The most entertaining and original part of Routines comes less than ten minutes in. The comedy opens with Bruce Mann (Michael Bugard) performing his stand up routine for a less than enthusiastic audience. See, his schtick is to tell awful jokes, with trite, obvious punchlines, and offensive content. Then, a plant in the audience heckles him, and the two get into a fight on stage that ends with the comic being punched out.
It is a great payoff for a routine that is not all that funny. It is the one moment where the film manages to be both amusing and poignant, as it explores Bruce’s headspace clearly and effectively. Of course, this potential plot of a comic needing to grapple with his style clashing with today’s social norms goes by the wayside right after the altercation. If only writer-director Domenic Migliore had devoted more of the movie’s runtime to exploring some internal complexity or nuance it might have been something of note. Instead, the film follows Bruce’s life, in all its ups and downs with nothing on its mind beyond passive observation.
The biggest up comes after he meets singer Darling Wednesday (Anita Nicole Brown), and the two hit it off immediately. After a brief courtship, they get married, and she becomes the plant for his shows. She gets along quite well with Bruce’s parents, as they all share a fondness for older, classic movies (Key Largo and such). But tragedy strikes, and Darling dies. While grieving, Bruce meets Sandy (Kaylee Williams), a big fan of his, and the two begin a contentious relationship.
“While grieving, Bruce meets Sandy…the two begin a contentious relationship.”
These life changes do not endow the film with any tension or momentum. Bruce’s stage persona is not too far removed from his actual personality, and it’s such an unstable, unfriendly presence that him befriending anyone, much less getting involved in two intimate relationships, is unbelievable. But Bruce has women literally walk into his life wanting him, and that is their sole defining feature. Yes, Darling sings and likes old movies, but what does she see in Bruce? What in her life was missing until he came along?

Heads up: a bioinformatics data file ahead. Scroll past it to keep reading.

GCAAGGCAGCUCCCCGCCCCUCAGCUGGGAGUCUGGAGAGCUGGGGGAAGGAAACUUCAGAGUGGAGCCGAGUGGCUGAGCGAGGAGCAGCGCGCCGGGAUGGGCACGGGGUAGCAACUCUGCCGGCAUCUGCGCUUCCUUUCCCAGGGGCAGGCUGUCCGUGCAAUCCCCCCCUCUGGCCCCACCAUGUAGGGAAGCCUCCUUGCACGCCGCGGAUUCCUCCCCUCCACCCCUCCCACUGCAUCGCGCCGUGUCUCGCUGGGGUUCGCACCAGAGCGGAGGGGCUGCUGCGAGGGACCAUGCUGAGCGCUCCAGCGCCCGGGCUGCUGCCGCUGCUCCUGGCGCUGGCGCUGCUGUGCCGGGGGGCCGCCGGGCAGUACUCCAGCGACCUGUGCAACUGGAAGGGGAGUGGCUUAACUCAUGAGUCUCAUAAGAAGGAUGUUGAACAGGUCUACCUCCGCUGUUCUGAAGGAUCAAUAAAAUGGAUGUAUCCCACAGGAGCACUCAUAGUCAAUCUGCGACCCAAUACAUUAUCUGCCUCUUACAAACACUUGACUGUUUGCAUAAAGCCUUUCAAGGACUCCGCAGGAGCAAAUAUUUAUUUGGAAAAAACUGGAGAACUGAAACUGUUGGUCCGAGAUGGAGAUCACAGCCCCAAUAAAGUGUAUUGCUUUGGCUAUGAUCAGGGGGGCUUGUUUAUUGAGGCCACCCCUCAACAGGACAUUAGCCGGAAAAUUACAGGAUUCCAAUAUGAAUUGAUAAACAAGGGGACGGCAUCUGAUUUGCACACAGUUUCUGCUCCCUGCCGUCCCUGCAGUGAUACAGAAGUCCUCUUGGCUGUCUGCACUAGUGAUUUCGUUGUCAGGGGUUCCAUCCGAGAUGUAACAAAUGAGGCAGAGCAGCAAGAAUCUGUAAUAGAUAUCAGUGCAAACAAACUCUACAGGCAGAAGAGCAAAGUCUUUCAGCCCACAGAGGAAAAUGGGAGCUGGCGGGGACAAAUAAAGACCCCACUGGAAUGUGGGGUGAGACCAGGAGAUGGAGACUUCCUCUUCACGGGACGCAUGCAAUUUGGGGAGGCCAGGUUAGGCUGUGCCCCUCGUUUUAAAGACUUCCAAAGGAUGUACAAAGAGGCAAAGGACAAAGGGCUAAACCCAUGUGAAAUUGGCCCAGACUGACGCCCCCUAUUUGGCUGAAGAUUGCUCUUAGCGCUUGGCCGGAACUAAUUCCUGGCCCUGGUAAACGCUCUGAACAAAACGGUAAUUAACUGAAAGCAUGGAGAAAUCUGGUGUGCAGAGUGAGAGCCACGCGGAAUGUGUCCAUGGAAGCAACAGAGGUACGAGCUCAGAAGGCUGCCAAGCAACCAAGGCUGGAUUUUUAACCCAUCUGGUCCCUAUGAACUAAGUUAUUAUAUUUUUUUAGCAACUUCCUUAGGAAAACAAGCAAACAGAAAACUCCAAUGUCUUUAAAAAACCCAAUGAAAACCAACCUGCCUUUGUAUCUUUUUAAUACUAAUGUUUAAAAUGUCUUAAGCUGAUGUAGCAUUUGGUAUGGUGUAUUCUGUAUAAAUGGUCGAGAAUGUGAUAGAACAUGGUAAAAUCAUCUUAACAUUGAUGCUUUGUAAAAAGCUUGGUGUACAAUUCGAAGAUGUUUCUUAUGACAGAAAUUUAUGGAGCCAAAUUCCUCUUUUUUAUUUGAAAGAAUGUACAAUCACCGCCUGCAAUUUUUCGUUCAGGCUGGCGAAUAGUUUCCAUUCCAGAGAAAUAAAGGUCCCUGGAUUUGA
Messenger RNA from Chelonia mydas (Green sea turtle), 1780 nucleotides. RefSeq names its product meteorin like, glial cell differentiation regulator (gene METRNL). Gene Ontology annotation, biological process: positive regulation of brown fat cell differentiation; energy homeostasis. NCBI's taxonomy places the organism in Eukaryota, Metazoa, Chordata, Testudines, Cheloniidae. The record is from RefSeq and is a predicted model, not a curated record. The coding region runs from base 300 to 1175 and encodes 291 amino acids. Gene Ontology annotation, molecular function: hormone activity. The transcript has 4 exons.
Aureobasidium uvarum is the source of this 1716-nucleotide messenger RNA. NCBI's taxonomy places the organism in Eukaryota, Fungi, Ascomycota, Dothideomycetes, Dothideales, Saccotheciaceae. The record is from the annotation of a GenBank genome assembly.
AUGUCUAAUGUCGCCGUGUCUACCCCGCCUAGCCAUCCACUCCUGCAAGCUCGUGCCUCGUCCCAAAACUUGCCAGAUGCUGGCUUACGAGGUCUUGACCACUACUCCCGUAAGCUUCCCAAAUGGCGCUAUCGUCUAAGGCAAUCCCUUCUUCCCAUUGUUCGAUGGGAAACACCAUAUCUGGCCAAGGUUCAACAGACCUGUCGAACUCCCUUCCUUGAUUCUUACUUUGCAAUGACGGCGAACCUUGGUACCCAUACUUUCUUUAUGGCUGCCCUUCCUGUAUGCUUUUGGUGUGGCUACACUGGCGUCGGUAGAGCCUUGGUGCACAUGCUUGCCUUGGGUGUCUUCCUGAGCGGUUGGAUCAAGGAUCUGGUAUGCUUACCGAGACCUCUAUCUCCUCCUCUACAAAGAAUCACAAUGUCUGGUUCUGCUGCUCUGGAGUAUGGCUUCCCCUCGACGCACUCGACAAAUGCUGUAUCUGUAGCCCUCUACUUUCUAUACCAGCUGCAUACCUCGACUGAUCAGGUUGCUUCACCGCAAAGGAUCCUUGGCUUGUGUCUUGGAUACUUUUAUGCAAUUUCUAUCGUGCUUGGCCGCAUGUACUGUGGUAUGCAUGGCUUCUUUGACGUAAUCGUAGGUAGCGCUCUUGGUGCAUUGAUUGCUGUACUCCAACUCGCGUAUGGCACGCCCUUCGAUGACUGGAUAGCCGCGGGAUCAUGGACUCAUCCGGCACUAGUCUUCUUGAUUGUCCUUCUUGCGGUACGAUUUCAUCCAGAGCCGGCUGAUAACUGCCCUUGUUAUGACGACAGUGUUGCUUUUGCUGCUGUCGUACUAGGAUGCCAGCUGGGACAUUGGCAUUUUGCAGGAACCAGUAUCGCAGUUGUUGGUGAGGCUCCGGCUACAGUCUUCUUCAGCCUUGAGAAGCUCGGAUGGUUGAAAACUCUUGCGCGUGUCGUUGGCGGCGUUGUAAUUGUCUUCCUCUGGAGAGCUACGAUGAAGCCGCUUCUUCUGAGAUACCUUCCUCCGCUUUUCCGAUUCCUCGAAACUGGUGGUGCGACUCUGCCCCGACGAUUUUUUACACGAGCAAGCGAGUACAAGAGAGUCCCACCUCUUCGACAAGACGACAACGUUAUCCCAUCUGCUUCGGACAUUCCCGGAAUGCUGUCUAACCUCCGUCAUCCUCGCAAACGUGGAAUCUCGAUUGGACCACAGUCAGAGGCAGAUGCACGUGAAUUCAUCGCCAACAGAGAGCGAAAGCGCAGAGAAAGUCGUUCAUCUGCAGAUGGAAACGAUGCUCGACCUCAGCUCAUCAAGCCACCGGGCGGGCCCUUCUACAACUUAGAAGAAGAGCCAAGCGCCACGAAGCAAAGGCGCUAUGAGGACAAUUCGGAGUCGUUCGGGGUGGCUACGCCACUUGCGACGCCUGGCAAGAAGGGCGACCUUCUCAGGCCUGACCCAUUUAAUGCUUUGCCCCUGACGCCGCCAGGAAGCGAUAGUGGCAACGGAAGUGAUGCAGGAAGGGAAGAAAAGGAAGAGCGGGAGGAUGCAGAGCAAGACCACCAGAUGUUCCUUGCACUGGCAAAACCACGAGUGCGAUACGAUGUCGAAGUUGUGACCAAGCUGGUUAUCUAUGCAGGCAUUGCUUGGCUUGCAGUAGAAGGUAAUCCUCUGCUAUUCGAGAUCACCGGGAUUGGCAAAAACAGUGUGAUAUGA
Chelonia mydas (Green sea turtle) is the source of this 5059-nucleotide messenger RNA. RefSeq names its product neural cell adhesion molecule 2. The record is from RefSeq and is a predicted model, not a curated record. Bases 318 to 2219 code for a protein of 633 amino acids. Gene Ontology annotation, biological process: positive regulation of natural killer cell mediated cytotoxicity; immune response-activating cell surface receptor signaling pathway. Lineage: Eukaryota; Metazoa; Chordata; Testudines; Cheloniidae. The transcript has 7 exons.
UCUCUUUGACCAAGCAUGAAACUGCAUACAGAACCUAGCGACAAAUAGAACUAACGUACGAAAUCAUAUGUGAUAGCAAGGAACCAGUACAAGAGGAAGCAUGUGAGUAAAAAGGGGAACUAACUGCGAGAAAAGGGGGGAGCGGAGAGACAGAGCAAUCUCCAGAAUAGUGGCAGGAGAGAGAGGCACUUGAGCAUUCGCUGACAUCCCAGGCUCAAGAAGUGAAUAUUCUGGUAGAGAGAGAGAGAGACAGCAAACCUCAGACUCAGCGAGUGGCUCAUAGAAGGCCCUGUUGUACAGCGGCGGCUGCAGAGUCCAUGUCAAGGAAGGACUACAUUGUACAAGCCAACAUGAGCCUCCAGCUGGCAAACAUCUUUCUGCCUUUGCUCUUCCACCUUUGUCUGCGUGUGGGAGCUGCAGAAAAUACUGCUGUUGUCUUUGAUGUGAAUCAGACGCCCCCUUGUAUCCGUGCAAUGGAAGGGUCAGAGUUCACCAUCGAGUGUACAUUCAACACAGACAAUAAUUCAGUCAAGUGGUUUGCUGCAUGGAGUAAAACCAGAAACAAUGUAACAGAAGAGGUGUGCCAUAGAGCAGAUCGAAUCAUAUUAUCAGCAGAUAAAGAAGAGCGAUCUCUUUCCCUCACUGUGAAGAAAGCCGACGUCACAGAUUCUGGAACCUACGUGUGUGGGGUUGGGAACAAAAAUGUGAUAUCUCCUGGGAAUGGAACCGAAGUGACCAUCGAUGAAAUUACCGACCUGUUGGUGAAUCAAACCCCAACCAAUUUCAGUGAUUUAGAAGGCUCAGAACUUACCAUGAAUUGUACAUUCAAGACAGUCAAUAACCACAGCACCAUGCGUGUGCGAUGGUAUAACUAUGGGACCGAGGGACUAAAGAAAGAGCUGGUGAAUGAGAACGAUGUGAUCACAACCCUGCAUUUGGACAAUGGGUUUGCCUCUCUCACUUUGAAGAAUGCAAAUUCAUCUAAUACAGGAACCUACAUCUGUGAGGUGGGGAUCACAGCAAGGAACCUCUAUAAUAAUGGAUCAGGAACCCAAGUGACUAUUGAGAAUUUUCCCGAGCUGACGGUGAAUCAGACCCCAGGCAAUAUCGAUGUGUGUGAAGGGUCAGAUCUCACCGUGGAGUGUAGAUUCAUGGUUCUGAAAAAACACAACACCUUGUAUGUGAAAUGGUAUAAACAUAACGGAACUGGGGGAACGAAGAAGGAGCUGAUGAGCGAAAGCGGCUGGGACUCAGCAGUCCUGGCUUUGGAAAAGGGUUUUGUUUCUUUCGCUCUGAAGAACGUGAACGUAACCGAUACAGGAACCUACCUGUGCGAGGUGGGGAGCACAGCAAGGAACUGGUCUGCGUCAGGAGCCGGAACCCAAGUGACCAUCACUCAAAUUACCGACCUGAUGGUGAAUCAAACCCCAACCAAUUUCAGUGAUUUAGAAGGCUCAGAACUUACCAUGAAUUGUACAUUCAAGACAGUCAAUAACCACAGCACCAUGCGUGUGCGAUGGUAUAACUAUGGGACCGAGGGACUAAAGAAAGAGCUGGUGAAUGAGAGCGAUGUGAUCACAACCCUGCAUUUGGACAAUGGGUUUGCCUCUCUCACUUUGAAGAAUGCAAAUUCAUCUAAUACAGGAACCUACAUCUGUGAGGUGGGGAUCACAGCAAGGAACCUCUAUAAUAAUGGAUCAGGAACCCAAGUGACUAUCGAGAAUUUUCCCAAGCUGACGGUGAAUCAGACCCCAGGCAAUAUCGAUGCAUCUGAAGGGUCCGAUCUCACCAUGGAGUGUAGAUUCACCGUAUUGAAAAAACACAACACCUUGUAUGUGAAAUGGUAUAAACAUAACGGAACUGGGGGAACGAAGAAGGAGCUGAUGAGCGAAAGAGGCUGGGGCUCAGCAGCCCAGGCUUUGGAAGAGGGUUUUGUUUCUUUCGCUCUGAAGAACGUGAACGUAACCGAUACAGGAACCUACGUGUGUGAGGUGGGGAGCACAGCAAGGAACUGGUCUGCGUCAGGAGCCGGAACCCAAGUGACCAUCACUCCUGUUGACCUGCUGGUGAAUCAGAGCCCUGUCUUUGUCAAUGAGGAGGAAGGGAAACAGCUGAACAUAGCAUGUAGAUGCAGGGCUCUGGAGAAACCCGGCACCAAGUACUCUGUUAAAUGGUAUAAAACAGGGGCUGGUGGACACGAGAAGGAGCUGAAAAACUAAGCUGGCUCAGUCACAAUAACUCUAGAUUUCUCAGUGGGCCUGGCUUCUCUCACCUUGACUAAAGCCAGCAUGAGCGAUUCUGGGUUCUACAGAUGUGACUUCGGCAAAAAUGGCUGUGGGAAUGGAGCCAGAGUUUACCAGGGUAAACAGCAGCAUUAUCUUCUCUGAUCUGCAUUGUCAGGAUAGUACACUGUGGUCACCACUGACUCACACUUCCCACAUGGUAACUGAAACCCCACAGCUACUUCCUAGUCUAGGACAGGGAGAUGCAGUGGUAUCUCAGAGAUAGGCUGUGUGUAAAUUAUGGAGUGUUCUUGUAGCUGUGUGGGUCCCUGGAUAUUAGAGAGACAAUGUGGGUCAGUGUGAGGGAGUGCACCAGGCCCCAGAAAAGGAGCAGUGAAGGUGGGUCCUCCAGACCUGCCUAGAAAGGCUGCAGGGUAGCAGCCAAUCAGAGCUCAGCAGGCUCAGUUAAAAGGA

Sandy is straight-edge (a term I am certain was retired from the lexicon before I graduated high school), so her being drawn into the alcoholic and cocaine loving comic’s life makes even less sense. And since she is meant to be such a big fan of Bruce’s, his extracurricular activities should not be too surprising. Again, what is Sandy getting out of dating someone double her age, whose star has long since faded, and with whom she shares zero interests?
Bruce himself feels very inauthentic, in part because Michael Bugrad is one-note as the comic. He has exactly two ways of speaking: flat indifference, including when he’s proposing to Darling, and disdainfully angry, which is the default attitude of the character. Yes, Bruce is written that way, but the actor does not bring nuance or charm to the role. When meeting Darling, he is supposedly impressed by a song she was just singing. Bugrad’s monotone delivery means that Bruce seems annoyed at everything, even when what is being said is supposed to be cordial. It is a bafflingly bad performance that keeps the audience at arm’s length the entire runtime.
"…the viewer will be left bored..."